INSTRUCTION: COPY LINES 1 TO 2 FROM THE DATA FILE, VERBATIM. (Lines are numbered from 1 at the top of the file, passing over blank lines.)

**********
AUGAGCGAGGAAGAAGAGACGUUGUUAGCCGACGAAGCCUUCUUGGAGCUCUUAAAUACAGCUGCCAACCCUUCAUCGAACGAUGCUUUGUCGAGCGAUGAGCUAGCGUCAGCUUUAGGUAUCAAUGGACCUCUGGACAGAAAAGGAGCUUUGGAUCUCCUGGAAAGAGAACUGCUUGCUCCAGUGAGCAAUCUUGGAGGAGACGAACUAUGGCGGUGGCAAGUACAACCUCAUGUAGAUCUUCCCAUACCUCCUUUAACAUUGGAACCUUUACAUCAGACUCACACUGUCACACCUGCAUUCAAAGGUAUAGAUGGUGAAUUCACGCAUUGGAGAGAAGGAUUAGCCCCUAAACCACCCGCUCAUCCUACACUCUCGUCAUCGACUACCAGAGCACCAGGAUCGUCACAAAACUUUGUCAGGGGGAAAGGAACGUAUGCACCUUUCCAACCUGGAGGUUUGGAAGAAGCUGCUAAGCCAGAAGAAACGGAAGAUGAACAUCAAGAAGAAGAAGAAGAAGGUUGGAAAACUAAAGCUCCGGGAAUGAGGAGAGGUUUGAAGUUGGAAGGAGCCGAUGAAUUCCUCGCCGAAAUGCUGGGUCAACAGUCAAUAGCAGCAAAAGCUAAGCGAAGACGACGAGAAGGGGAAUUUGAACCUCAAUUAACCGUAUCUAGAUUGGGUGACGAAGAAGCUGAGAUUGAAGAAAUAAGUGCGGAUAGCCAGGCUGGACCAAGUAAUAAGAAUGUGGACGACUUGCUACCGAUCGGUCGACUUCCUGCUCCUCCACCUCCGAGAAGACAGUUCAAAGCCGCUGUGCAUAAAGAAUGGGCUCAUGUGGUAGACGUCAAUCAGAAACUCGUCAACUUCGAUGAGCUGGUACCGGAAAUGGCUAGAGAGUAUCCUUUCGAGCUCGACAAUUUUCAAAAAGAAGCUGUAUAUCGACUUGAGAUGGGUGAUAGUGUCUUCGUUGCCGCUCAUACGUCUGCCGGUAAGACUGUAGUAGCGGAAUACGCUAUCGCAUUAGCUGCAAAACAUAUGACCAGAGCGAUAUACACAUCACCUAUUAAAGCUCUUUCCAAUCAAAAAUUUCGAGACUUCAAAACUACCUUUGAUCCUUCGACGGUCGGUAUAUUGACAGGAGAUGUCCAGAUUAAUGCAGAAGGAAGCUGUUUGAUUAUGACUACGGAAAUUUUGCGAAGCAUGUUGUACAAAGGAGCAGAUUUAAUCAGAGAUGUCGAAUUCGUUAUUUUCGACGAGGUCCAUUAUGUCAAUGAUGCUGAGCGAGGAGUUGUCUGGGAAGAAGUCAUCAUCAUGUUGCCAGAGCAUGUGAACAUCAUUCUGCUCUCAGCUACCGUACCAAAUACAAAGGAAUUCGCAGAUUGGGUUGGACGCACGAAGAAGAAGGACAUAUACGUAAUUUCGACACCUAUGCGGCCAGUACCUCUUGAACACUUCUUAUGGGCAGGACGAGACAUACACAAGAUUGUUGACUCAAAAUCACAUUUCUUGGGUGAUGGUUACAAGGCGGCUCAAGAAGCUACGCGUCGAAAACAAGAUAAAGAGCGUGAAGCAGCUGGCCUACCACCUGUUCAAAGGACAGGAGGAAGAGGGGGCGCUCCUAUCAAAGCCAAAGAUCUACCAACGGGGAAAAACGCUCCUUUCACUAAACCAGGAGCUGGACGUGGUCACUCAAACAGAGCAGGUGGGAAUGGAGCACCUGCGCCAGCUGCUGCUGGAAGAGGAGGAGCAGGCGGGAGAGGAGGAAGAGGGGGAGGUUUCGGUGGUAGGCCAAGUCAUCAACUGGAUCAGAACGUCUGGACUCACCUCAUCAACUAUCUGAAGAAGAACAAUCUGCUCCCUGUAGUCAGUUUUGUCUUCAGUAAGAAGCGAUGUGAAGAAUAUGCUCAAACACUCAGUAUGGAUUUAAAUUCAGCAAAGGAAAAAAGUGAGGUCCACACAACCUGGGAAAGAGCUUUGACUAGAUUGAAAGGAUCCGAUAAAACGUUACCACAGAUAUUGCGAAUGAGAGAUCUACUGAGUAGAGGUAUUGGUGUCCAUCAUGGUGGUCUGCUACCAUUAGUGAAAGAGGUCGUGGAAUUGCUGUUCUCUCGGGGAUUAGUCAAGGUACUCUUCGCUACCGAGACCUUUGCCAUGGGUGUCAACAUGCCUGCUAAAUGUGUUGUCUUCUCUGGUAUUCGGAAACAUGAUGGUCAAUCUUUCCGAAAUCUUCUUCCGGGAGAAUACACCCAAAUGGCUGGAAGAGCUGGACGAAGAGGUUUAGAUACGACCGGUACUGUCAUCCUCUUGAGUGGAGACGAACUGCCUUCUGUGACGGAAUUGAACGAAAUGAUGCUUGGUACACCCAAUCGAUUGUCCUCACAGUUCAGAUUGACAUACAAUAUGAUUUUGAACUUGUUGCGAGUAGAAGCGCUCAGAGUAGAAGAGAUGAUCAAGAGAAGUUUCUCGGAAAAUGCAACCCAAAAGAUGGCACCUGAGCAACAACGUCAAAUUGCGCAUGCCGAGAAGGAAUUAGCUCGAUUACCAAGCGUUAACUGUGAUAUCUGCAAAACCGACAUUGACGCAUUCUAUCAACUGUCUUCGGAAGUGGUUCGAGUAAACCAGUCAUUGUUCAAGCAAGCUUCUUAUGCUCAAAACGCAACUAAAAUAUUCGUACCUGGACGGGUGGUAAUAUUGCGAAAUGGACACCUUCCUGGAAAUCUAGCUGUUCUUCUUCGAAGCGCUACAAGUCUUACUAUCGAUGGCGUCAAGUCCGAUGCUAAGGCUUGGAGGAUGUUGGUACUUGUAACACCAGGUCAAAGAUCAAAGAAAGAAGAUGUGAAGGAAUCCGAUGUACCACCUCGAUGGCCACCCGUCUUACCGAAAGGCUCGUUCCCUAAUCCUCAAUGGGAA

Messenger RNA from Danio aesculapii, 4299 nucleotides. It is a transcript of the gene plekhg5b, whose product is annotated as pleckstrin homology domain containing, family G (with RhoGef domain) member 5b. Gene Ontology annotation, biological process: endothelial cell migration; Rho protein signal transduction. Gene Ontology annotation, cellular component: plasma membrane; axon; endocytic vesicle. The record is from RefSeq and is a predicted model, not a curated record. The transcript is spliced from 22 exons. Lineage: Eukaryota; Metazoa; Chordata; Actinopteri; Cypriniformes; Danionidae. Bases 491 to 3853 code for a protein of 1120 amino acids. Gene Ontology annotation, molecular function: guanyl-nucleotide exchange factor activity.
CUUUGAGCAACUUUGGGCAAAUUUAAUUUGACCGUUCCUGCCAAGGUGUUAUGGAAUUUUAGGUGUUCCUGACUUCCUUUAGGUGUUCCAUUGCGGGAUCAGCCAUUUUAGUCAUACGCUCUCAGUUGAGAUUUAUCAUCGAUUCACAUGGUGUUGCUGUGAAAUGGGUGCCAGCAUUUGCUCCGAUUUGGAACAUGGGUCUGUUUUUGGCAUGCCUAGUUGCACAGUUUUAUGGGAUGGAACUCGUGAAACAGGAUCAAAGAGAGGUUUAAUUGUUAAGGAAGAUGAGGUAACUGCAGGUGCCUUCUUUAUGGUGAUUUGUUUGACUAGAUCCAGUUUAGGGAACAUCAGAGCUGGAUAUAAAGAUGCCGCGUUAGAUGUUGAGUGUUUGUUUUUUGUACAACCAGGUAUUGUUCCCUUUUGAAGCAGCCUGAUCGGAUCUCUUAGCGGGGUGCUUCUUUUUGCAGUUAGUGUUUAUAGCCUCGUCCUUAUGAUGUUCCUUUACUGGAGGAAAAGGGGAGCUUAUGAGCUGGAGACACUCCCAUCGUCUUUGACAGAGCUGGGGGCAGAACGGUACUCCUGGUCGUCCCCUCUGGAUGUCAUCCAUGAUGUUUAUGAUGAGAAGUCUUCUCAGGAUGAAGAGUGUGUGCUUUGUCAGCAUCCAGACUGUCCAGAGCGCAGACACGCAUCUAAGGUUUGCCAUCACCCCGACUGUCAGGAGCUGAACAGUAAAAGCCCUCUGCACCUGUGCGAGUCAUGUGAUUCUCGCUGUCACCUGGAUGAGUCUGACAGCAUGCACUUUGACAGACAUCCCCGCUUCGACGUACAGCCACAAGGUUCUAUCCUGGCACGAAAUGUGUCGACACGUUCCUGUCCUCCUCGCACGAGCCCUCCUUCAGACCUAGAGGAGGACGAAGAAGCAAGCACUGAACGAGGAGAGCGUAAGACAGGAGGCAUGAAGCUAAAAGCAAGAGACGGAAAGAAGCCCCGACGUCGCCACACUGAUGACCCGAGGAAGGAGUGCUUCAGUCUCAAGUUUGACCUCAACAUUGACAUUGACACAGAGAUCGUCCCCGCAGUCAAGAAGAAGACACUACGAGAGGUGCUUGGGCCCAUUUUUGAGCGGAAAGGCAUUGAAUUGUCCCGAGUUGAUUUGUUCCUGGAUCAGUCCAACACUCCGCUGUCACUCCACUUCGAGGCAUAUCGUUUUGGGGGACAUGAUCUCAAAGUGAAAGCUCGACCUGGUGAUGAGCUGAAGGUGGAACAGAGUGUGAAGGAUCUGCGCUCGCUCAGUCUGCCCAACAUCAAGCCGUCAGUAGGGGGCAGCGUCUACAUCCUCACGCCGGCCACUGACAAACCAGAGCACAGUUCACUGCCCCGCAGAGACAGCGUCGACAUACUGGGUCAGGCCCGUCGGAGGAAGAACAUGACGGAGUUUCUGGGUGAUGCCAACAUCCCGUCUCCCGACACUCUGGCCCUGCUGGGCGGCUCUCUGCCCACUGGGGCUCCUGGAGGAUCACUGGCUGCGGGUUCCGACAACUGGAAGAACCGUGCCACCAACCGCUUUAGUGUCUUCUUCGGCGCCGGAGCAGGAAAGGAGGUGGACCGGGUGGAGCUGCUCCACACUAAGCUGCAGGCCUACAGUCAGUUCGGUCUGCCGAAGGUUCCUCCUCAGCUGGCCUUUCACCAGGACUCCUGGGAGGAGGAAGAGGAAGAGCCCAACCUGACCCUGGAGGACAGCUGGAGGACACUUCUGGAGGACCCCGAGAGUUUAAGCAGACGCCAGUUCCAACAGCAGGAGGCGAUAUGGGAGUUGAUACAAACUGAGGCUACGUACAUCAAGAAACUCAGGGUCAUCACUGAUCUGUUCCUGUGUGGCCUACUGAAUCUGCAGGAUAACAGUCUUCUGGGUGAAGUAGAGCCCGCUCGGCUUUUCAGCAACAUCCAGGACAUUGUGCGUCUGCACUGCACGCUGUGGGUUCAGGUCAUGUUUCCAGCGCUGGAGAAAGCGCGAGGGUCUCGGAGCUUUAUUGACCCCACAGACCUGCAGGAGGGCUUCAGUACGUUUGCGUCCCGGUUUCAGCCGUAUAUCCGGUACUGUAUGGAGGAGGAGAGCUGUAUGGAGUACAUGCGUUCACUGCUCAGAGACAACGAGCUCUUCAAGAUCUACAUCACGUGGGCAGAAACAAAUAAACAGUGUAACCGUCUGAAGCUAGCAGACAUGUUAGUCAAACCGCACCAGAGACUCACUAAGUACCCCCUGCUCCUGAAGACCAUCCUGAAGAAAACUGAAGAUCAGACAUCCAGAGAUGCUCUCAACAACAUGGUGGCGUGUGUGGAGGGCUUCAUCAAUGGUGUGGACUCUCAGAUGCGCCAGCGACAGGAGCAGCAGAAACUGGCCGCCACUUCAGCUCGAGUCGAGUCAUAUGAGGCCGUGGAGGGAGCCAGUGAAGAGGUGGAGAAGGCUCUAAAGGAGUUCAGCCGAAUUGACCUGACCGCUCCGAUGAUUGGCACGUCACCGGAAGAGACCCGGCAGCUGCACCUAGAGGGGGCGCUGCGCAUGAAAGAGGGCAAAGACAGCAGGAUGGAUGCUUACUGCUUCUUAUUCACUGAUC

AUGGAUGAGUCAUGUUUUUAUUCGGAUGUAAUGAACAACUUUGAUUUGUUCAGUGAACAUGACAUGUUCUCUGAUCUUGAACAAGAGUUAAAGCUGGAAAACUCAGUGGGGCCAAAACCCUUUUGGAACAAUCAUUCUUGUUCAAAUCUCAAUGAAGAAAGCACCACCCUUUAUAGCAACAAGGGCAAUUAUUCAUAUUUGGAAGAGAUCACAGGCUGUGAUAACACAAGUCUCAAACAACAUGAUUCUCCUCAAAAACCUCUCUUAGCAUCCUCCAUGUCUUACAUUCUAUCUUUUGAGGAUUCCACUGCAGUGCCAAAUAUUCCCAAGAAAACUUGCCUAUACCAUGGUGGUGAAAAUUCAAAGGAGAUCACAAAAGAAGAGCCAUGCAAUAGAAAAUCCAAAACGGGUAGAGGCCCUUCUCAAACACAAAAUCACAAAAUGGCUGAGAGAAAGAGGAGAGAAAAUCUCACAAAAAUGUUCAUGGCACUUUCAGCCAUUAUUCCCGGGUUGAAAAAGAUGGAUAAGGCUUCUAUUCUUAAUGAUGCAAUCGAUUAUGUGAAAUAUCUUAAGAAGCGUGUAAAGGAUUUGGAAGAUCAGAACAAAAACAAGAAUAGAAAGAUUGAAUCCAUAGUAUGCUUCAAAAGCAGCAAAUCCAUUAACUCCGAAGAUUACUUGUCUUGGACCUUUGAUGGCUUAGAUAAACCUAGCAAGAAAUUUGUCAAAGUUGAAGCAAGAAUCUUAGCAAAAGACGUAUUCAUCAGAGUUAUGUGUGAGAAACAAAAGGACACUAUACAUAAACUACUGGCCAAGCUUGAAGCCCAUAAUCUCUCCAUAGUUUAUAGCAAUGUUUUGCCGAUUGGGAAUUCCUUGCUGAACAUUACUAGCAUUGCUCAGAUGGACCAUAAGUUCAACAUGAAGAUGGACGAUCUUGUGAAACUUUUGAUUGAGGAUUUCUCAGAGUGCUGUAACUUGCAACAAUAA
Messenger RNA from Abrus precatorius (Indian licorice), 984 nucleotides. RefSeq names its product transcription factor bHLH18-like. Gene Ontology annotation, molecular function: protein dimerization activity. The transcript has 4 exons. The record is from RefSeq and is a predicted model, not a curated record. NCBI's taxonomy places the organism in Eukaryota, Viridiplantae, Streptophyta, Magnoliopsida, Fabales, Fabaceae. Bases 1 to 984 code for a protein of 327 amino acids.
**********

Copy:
AUGAGCGAGGAAGAAGAGACGUUGUUAGCCGACGAAGCCUUCUUGGAGCUCUUAAAUACAGCUGCCAACCCUUCAUCGAACGAUGCUUUGUCGAGCGAUGAGCUAGCGUCAGCUUUAGGUAUCAAUGGACCUCUGGACAGAAAAGGAGCUUUGGAUCUCCUGGAAAGAGAACUGCUUGCUCCAGUGAGCAAUCUUGGAGGAGACGAACUAUGGCGGUGGCAAGUACAACCUCAUGUAGAUCUUCCCAUACCUCCUUUAACAUUGGAACCUUUACAUCAGACUCACACUGUCACACCUGCAUUCAAAGGUAUAGAUGGUGAAUUCACGCAUUGGAGAGAAGGAUUAGCCCCUAAACCACCCGCUCAUCCUACACUCUCGUCAUCGACUACCAGAGCACCAGGAUCGUCACAAAACUUUGUCAGGGGGAAAGGAACGUAUGCACCUUUCCAACCUGGAGGUUUGGAAGAAGCUGCUAAGCCAGAAGAAACGGAAGAUGAACAUCAAGAAGAAGAAGAAGAAGGUUGGAAAACUAAAGCUCCGGGAAUGAGGAGAGGUUUGAAGUUGGAAGGAGCCGAUGAAUUCCUCGCCGAAAUGCUGGGUCAACAGUCAAUAGCAGCAAAAGCUAAGCGAAGACGACGAGAAGGGGAAUUUGAACCUCAAUUAACCGUAUCUAGAUUGGGUGACGAAGAAGCUGAGAUUGAAGAAAUAAGUGCGGAUAGCCAGGCUGGACCAAGUAAUAAGAAUGUGGACGACUUGCUACCGAUCGGUCGACUUCCUGCUCCUCCACCUCCGAGAAGACAGUUCAAAGCCGCUGUGCAUAAAGAAUGGGCUCAUGUGGUAGACGUCAAUCAGAAACUCGUCAACUUCGAUGAGCUGGUACCGGAAAUGGCUAGAGAGUAUCCUUUCGAGCUCGACAAUUUUCAAAAAGAAGCUGUAUAUCGACUUGAGAUGGGUGAUAGUGUCUUCGUUGCCGCUCAUACGUCUGCCGGUAAGACUGUAGUAGCGGAAUACGCUAUCGCAUUAGCUGCAAAACAUAUGACCAGAGCGAUAUACACAUCACCUAUUAAAGCUCUUUCCAAUCAAAAAUUUCGAGACUUCAAAACUACCUUUGAUCCUUCGACGGUCGGUAUAUUGACAGGAGAUGUCCAGAUUAAUGCAGAAGGAAGCUGUUUGAUUAUGACUACGGAAAUUUUGCGAAGCAUGUUGUACAAAGGAGCAGAUUUAAUCAGAGAUGUCGAAUUCGUUAUUUUCGACGAGGUCCAUUAUGUCAAUGAUGCUGAGCGAGGAGUUGUCUGGGAAGAAGUCAUCAUCAUGUUGCCAGAGCAUGUGAACAUCAUUCUGCUCUCAGCUACCGUACCAAAUACAAAGGAAUUCGCAGAUUGGGUUGGACGCACGAAGAAGAAGGACAUAUACGUAAUUUCGACACCUAUGCGGCCAGUACCUCUUGAACACUUCUUAUGGGCAGGACGAGACAUACACAAGAUUGUUGACUCAAAAUCACAUUUCUUGGGUGAUGGUUACAAGGCGGCUCAAGAAGCUACGCGUCGAAAACAAGAUAAAGAGCGUGAAGCAGCUGGCCUACCACCUGUUCAAAGGACAGGAGGAAGAGGGGGCGCUCCUAUCAAAGCCAAAGAUCUACCAACGGGGAAAAACGCUCCUUUCACUAAACCAGGAGCUGGACGUGGUCACUCAAACAGAGCAGGUGGGAAUGGAGCACCUGCGCCAGCUGCUGCUGGAAGAGGAGGAGCAGGCGGGAGAGGAGGAAGAGGGGGAGGUUUCGGUGGUAGGCCAAGUCAUCAACUGGAUCAGAACGUCUGGACUCACCUCAUCAACUAUCUGAAGAAGAACAAUCUGCUCCCUGUAGUCAGUUUUGUCUUCAGUAAGAAGCGAUGUGAAGAAUAUGCUCAAACACUCAGUAUGGAUUUAAAUUCAGCAAAGGAAAAAAGUGAGGUCCACACAACCUGGGAAAGAGCUUUGACUAGAUUGAAAGGAUCCGAUAAAACGUUACCACAGAUAUUGCGAAUGAGAGAUCUACUGAGUAGAGGUAUUGGUGUCCAUCAUGGUGGUCUGCUACCAUUAGUGAAAGAGGUCGUGGAAUUGCUGUUCUCUCGGGGAUUAGUCAAGGUACUCUUCGCUACCGAGACCUUUGCCAUGGGUGUCAACAUGCCUGCUAAAUGUGUUGUCUUCUCUGGUAUUCGGAAACAUGAUGGUCAAUCUUUCCGAAAUCUUCUUCCGGGAGAAUACACCCAAAUGGCUGGAAGAGCUGGACGAAGAGGUUUAGAUACGACCGGUACUGUCAUCCUCUUGAGUGGAGACGAACUGCCUUCUGUGACGGAAUUGAACGAAAUGAUGCUUGGUACACCCAAUCGAUUGUCCUCACAGUUCAGAUUGACAUACAAUAUGAUUUUGAACUUGUUGCGAGUAGAAGCGCUCAGAGUAGAAGAGAUGAUCAAGAGAAGUUUCUCGGAAAAUGCAACCCAAAAGAUGGCACCUGAGCAACAACGUCAAAUUGCGCAUGCCGAGAAGGAAUUAGCUCGAUUACCAAGCGUUAACUGUGAUAUCUGCAAAACCGACAUUGACGCAUUCUAUCAACUGUCUUCGGAAGUGGUUCGAGUAAACCAGUCAUUGUUCAAGCAAGCUUCUUAUGCUCAAAACGCAACUAAAAUAUUCGUACCUGGACGGGUGGUAAUAUUGCGAAAUGGACACCUUCCUGGAAAUCUAGCUGUUCUUCUUCGAAGCGCUACAAGUCUUACUAUCGAUGGCGUCAAGUCCGAUGCUAAGGCUUGGAGGAUGUUGGUACUUGUAACACCAGGUCAAAGAUCAAAGAAAGAAGAUGUGAAGGAAUCCGAUGUACCACCUCGAUGGCCACCCGUCUUACCGAAAGGCUCGUUCCCUAAUCCUCAAUGGGAA

Messenger RNA from Danio aesculapii, 4299 nucleotides. It is a transcript of the gene plekhg5b, whose product is annotated as pleckstrin homology domain containing, family G (with RhoGef domain) member 5b. Gene Ontology annotation, biological process: endothelial cell migration; Rho protein signal transduction. Gene Ontology annotation, cellular component: plasma membrane; axon; endocytic vesicle. The record is from RefSeq and is a predicted model, not a curated record. The transcript is spliced from 22 exons. Lineage: Eukaryota; Metazoa; Chordata; Actinopteri; Cypriniformes; Danionidae. Bases 491 to 3853 code for a protein of 1120 amino acids. Gene Ontology annotation, molecular function: guanyl-nucleotide exchange factor activity.